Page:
Holidaymakers could be forced to pay over £400 for Covid test costs

Compulsory Covid tests could add over £400 to the price of a foreign holiday, pushing the cost of a summer break out of reach for many Brits.

Some destinations could prove even more expensive. Return trips to some popular holiday destinations – for example Greece – will require a total of five tests per traveller.

With the price of each set of tests potentially reaching £370 that adds almost £1,500 to the price of a Mediterranean holiday for a family of four.

While many destinations will waive the requirement for tests if travellers have already been vaccinated that doesn’t help younger holidaymakers who are unlikely to have had their jabs before the holiday season gets under way in mid-May.

Research undertaken for Which? Magazine suggests that while most popular European holiday destinations will require five tests the exact prices of these tests will vary – from around £310 per set of tests to a trip to Italy up to £420 for the same tests if you’re going to France.

The exact tests required vary too – with some countries demanding polymerase chain reaction (PCR) tests and others accepting results from the cheaper Loop-mediated Isothermal Amplification (LAMP) test.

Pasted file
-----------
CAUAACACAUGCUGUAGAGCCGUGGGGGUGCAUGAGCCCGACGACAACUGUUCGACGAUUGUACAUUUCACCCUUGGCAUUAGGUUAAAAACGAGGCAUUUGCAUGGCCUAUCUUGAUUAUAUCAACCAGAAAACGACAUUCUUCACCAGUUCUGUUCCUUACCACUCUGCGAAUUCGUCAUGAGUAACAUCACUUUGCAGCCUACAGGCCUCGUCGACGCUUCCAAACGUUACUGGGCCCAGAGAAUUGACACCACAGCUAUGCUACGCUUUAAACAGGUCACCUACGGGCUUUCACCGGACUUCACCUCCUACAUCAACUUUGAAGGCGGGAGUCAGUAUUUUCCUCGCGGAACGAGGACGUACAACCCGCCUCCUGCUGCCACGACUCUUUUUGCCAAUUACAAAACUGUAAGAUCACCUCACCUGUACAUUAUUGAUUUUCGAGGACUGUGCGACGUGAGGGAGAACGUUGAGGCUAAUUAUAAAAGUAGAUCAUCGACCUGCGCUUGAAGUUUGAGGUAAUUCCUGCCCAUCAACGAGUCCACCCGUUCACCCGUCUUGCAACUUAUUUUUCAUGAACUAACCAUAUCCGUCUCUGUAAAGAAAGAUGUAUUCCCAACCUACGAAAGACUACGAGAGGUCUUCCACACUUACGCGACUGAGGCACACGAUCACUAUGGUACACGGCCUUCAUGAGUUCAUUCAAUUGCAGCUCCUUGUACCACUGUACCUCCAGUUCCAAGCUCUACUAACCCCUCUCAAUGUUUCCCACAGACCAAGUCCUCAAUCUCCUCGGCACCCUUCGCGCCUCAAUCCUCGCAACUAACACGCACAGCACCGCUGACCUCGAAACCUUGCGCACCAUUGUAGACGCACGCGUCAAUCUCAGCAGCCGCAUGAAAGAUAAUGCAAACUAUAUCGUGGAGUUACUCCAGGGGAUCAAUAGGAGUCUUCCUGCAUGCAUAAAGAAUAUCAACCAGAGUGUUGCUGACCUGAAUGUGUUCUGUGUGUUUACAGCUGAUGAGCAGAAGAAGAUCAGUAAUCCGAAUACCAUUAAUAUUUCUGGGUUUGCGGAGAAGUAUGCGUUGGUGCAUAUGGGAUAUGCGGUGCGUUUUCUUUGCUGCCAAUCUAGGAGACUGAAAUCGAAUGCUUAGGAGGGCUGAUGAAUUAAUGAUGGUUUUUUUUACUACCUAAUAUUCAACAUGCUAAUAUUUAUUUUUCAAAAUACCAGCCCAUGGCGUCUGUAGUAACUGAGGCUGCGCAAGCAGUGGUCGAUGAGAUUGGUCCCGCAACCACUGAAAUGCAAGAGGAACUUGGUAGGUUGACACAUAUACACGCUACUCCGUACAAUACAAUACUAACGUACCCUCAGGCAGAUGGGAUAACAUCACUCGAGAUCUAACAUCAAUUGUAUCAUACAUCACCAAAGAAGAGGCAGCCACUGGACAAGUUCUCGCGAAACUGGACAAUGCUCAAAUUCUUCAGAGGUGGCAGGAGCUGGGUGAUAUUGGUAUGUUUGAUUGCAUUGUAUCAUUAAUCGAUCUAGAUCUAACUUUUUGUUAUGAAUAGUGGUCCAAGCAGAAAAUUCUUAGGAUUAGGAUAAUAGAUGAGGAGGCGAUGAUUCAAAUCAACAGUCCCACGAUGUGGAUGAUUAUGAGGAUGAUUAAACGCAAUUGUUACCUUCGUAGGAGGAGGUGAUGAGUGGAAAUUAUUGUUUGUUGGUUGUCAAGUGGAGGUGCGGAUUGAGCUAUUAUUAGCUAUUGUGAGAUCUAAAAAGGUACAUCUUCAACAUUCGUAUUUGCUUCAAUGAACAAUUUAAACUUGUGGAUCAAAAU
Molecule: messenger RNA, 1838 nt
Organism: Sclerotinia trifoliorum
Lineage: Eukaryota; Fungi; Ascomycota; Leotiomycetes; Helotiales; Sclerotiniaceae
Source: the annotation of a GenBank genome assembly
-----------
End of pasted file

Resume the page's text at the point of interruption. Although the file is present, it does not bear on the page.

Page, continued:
Health Secretary Matt Hancock has announced that everyone in England will also be offered free, twice-weekly coronavirus tests.

Wherever you go, you’ll require a negative Rapid Antigen test result before you can return home.

As well as the cost, in the first few months of the Summer, organising the tests in other countries where you don’t speak the language may present something of a challenge.

The government has said it intends to reduce the number of tests required for passengers travelling from "green list" countries from three, as it is at the moment, down to two.

Most foreign countries will be put on the government’s “green”, “amber” or “red” lists depending on their predicted coronavirus risks.

Initial lists will be published early next month, but at the moment the green list is predicted to contain the following: Gibraltar, Israel, Malta, Morocco, Portugal, Singapore, South Korea, United Arab Emirates, the USA. and most Caribbean countries.

The “red list”, which is already in operation, currently covers nearly 40 countries including Bangladesh, Kenya, Pakistan and all of South America and southern Africa.

Source: Read Full Article